Toronto. The Walkerton tragedy demonstrated the need for legislation guaranteeing the right to safe drinking water, the Concerned Walkerton Citizens (CWC) and the Canadian Environmental Law Association (CELA) said today. In one of two papers filed with the Walkerton Inquiry, CWC and CELA call for a Safe Drinking Water Act. In a second paper, CELA proposes an Act to Conserve Ontario Waters, providing a framework for permanent protection for water sources and resources in the province. Together, these proposals will provide a comprehensive package of legal reforms to protect Ontario’s water.
“Tragedy on Tap: Why Ontario Needs a Safe Drinking Water Act” argues that a law is needed to remedy many significant gaps in the current drinking water regime in Ontario. Tragedy on Tap evaluates Ontario’s existing drinking water framework, examines regulatory approaches in other jurisdictions, and provides 16 detailed recommendations for legislative reform in the province.
The Act would guarantee a right to safe water, clarify and specify the roles of those involved in providing safe drinking water, provide an important role and legal remedies for the public, and establish a Drinking Water Commission. The Commission would report to the Ministry of the Environment, and would be responsible for ensuring the law is implemented.
A Drinking Water Commission would have specified responsibilities for; implementing a multi-barrier approach to drinking water safety, a mandatory duty to identify and assess new or emerging threats to drinking water safety, standard setting, policy development, carrying out provincial drinking water inspections and other matters.
Overall responsibility for the drinking water system in Ontario would rest with the Ministry of the Environment, but the new law would provide greater clarity as to the particular responsibilities of municipalities, utilities, health units, medical officers of health and labs (to name a few).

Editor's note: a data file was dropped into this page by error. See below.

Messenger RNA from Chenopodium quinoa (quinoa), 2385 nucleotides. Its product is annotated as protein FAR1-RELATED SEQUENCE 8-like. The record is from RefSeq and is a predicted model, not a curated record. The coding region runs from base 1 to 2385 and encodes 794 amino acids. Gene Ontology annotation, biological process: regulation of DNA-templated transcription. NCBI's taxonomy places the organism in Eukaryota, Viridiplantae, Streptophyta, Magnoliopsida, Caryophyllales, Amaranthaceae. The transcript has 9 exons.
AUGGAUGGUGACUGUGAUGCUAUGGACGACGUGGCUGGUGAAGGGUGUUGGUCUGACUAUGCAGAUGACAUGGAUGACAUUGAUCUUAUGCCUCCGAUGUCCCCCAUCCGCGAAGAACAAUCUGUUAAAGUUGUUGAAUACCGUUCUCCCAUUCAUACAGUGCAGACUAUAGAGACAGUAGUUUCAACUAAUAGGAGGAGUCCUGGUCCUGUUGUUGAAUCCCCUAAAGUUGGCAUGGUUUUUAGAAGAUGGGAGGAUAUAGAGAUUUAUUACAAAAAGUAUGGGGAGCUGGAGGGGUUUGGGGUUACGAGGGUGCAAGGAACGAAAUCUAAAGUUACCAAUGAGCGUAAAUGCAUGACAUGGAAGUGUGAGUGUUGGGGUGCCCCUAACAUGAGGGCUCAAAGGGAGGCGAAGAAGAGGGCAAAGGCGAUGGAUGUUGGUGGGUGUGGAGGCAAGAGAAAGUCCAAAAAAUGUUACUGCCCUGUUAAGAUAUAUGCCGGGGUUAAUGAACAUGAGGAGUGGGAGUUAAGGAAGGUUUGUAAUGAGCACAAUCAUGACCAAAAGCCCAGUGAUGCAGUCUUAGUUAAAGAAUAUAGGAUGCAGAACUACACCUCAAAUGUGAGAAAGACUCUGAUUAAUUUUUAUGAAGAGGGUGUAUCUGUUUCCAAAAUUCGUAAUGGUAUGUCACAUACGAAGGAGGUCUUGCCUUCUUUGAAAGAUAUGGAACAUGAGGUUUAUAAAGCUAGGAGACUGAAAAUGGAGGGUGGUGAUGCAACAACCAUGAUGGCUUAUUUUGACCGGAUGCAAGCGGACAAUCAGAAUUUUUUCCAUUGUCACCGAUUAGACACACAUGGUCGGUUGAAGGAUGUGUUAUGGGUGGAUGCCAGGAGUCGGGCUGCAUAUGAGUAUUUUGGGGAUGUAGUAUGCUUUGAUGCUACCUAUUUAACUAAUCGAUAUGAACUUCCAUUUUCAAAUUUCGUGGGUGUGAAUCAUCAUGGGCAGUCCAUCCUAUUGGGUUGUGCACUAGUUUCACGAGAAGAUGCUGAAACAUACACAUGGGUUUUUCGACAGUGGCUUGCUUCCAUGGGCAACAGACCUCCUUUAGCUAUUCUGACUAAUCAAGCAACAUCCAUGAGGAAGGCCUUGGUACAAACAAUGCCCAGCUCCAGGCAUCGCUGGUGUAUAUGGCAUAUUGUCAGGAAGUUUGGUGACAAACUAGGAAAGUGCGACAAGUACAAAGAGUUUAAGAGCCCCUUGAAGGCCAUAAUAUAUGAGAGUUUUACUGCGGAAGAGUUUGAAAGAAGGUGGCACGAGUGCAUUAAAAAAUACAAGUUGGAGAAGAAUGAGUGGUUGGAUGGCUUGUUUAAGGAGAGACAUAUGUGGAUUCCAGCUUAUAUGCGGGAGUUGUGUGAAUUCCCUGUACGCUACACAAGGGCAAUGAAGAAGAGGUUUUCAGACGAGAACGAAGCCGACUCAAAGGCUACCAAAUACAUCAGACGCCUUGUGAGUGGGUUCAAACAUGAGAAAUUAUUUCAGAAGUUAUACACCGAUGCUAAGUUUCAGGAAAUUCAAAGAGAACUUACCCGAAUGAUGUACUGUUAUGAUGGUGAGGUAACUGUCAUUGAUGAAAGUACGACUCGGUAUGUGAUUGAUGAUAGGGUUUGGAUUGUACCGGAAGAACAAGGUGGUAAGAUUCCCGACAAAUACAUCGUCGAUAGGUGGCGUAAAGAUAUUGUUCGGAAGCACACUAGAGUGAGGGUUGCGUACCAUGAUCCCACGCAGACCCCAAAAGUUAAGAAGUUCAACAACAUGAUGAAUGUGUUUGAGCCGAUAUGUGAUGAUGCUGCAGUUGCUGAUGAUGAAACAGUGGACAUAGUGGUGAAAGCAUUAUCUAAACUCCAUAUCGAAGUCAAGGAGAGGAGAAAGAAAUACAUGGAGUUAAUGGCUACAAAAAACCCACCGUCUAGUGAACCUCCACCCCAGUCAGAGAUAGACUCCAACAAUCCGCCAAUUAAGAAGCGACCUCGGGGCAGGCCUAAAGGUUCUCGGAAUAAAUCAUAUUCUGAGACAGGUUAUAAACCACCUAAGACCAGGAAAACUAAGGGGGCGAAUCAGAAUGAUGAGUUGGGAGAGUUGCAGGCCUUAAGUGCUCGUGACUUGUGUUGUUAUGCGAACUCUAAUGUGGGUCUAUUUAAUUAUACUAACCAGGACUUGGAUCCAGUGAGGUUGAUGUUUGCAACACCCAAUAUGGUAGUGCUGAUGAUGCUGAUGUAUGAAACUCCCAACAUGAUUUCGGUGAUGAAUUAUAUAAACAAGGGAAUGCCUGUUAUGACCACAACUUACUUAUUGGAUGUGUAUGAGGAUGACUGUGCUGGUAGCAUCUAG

“In preparing this report, we were mindful of Premier Harris’s comment to the legislature on May 29, 2000,” stated Richard Lindgren, CELA counsel, “in which the Premier stated that,
‘…we have a right to take for granted that when you turn on the tap, what comes out is safe
and clean, not contaminated. Parents have a right to take for granted that what they give to
their children is life-sustaining, not threatening.'”
“The legacy of the Walkerton tragedy should be the passage of the Safe Drinking Water Act,” declared Bruce Davidson, spokesperson for the Concerned Walkerton Citizens. “Had the Safe Drinking Water Act been in place in May 2000, I believe that the tragedy would have been far less likely, if not avoided entirely.”
Model Act to Conserve Ontario Waters
The Canadian Environmental Law Association also today released a Model Act to Conserve Ontario Waters. This Model Water Bill provides for an integrated approach to water management in the province. It deals with water quantity, conservation, source protection, land use impacts, ecosystem protection and water takings, on a watershed basis.
The Bill provides for management units on a watershed basis. These units would include municipalities, First Nations and Conservation Authorities within, dealing with, or impacting each watershed. It provides for specific, quantifiable and measurable water planning. Another hard lesson learned from Walkerton is that integrated water planning and management is essential for source protection for drinking water.
“The Walkerton Inquiry has heard evidence about the possibility of the groundwater aquifer being contaminated prior to the tragedy. We have no idea in Ontario how much of our groundwater aquifers have been lost to pollution. Yet there continues to be no limit on the number of water taking permits Ontario gives away. There is an urgent and obvious need for an overall and integrated system of water management in Ontario,” stated Sarah Miller, Coordinator with CELA.
“In addition, the lack of an ecosystem, precautionary-based water planning system is apparent in many of the cases for which our clients seek our help,” said Paul Muldoon, Executive Director of the CELA. “The whole water planning and management system needs to be integrated and made for accountable. These two Acts provide the roadmap for this to happen.”
CELA has written to the Ministers of Environment and Natural Resources, and to the opposition critics in those portfolios, asking for all party endorsement of a Safe Drinking Water Act based on the principles in the study that CELA has submitted to the Walkerton Inquiry and to endorse the Act to Conserve Ontario Waters.
For more information contact: CELA at 416-960-2284
Paul Muldoon Executive Director ext. 219
Sarah Miller Coordinator ext. 213
Richard Lindgren, Counsel ext. 214 or 613-385-1586
Theresa McClenaghan, Counsel ext. 218